Little did I know that those stars, the ones that I thought were so beautiful, were just the tip of the iceberg.  There’s a whole other world out there of stars and planets that you don’t even know exists until you get out there.  Really out there.  I mean so far out there that for hundreds of miles in any direction, there are no artificial lights.  In a place that shuts down at sunset (conveniently occurring at roughly 6pm every single night of the year, thanks to being only a couple of degrees from the Equator), because there are no lights and therefore nothing to keep you up, if the rain prevents you from lighting a fire to sit around.

I admit that the time that I spend in PNG was rough.  A lot of it was really difficult to deal with, probably because I came with too many expectations and the belief that being Western was enough to get me by in a place where four-year-olds wield machetes more deftly than I can use a steak knife on a tough piece of chicken.  There were a lot of moments when I just wanted to speak English.  With someone.  Anyone.  And not have a gaggle of small children follow me everywhere, just to see if the white women ate, drank or bathed (or other things).

But then, at night, when everyone would go to bed (after I convinced the mother of “house” to keep the door unlocked at night, despite the danger of that with me there – mostly because otherwise I wouldn’t be able to go to the bathroom, which is another story for another time), I would sneak outside and look at the stars in the sky.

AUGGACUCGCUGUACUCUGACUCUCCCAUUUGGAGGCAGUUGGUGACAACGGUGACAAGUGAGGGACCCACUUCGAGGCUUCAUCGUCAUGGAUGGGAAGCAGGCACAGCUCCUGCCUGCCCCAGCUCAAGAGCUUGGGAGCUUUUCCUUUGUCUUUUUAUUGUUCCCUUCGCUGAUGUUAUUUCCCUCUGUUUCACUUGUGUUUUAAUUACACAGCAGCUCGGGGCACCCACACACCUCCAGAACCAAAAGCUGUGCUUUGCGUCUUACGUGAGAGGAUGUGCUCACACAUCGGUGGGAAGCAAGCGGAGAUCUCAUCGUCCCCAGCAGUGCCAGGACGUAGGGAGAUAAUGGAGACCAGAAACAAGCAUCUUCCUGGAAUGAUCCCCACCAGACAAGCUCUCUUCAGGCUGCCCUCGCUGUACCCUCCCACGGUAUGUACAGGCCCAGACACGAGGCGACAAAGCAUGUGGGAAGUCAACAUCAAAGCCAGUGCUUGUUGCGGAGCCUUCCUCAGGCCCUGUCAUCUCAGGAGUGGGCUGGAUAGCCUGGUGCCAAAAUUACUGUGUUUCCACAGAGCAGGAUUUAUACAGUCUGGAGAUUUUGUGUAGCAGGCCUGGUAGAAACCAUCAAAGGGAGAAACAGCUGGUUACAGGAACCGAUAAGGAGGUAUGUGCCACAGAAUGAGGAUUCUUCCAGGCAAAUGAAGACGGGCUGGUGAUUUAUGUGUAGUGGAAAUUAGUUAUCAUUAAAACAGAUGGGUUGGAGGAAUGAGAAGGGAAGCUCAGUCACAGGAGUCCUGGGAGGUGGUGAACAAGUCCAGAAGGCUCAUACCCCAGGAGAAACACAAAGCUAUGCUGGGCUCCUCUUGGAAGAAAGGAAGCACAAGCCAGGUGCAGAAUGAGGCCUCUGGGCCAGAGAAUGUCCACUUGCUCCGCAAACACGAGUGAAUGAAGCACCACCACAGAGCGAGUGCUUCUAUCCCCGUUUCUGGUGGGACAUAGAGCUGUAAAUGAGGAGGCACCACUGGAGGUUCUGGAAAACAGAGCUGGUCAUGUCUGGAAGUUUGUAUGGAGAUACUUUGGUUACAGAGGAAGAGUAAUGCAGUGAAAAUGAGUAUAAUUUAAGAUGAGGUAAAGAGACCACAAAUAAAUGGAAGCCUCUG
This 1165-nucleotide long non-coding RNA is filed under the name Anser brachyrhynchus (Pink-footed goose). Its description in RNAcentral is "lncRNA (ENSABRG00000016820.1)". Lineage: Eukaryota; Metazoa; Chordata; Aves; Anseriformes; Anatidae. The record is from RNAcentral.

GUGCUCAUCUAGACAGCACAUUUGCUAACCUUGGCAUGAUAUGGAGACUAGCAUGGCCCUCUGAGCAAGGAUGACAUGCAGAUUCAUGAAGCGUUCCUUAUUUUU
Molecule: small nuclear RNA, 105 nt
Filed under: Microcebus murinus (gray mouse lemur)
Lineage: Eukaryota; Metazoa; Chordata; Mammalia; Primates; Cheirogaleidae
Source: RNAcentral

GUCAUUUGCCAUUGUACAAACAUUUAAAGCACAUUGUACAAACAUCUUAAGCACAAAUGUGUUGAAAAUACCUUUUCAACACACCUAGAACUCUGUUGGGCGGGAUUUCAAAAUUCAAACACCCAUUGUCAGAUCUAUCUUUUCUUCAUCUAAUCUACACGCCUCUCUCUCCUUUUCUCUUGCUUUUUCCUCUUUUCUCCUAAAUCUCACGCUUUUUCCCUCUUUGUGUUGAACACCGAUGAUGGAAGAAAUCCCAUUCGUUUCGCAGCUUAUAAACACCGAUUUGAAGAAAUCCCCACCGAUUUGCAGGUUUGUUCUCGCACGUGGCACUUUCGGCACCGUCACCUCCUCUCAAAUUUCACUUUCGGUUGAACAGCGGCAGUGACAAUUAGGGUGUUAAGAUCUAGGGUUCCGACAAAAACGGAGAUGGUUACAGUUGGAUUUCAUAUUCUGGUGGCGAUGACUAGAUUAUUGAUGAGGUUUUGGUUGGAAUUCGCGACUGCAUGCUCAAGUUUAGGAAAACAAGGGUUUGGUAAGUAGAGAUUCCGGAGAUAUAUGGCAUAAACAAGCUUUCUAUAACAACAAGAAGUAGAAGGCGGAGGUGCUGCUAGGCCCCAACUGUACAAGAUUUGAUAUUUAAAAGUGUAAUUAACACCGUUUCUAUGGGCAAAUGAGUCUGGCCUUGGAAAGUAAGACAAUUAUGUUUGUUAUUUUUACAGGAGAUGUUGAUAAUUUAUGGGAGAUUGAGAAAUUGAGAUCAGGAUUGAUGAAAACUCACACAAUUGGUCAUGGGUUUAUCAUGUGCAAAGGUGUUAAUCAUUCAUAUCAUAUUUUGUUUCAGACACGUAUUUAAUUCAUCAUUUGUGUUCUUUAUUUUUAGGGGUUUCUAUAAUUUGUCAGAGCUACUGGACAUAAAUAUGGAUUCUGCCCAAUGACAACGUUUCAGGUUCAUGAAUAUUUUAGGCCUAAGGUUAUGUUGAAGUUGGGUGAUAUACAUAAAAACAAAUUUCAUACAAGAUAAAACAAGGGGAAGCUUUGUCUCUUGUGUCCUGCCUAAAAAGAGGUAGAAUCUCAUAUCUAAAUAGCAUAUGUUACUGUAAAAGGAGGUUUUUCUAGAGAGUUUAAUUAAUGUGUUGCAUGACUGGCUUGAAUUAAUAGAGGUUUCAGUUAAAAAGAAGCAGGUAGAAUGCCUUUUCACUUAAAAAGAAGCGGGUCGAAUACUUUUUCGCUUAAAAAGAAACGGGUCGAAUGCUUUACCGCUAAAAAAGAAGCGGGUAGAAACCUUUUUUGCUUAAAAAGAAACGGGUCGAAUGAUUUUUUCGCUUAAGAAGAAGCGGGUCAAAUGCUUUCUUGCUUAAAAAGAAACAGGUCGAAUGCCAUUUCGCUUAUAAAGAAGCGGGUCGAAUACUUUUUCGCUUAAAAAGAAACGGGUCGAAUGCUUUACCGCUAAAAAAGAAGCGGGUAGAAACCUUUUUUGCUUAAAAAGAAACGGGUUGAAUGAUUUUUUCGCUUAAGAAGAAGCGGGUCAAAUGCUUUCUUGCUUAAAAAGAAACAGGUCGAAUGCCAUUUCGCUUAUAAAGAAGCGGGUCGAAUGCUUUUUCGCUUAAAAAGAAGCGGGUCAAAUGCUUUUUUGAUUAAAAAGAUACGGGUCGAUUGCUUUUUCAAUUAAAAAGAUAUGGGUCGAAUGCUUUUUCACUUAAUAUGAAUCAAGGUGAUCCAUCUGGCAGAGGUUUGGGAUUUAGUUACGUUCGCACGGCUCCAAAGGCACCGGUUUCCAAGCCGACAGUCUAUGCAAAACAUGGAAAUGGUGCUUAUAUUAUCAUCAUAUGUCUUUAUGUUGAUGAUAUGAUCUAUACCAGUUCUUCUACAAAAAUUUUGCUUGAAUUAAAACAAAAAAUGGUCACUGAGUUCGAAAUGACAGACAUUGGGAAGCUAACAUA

I don’t think that there is another place on the entire planet that is so far from modernity that the Milk Way displays itself so clearly, in all of its glory.  The sky itself is black.  Pitch black.  Tar black.  And if you look closely, you can even see the occasional blinking of satellites as they float by across the night.  But the real show is the Milky Way.  It’s like a painter, working is sparkles on a huge brush painted a single, thick, stroke of glitter across the night.  If you have ever seen the film “Contact” you have something near the idea of what it feels like to be surrounded, or at least feel that way, by glitter so otherworldly that you just want to reach out and touch it, just to see if you can move them with your fingers.  You feel that close.  Everything else fades away, just like it does in the movies, where the background, in this case the lapping water on the beach and the cicadas that normally serve as a monotonous, headache-inducing thrum, just disappears and you feel all alone in the world, in the best way possible.  Like you could just reach out, grab a star and fly away.

That feeling of being completely by myself, for the small amount of time that I wasn’t surrounded; quiet, alone, and watching this stunning show.  There are only a handful of other times in my life that I have genuinely felt that calm, peaceful and at one with the universe.

There are a lot of things that I didn’t want or need to experience while in PNG and on that island.  But that show every night, that experience – I would willingly go through the entire experience over and over again to see that and to feel that connected, and awed by what nature created.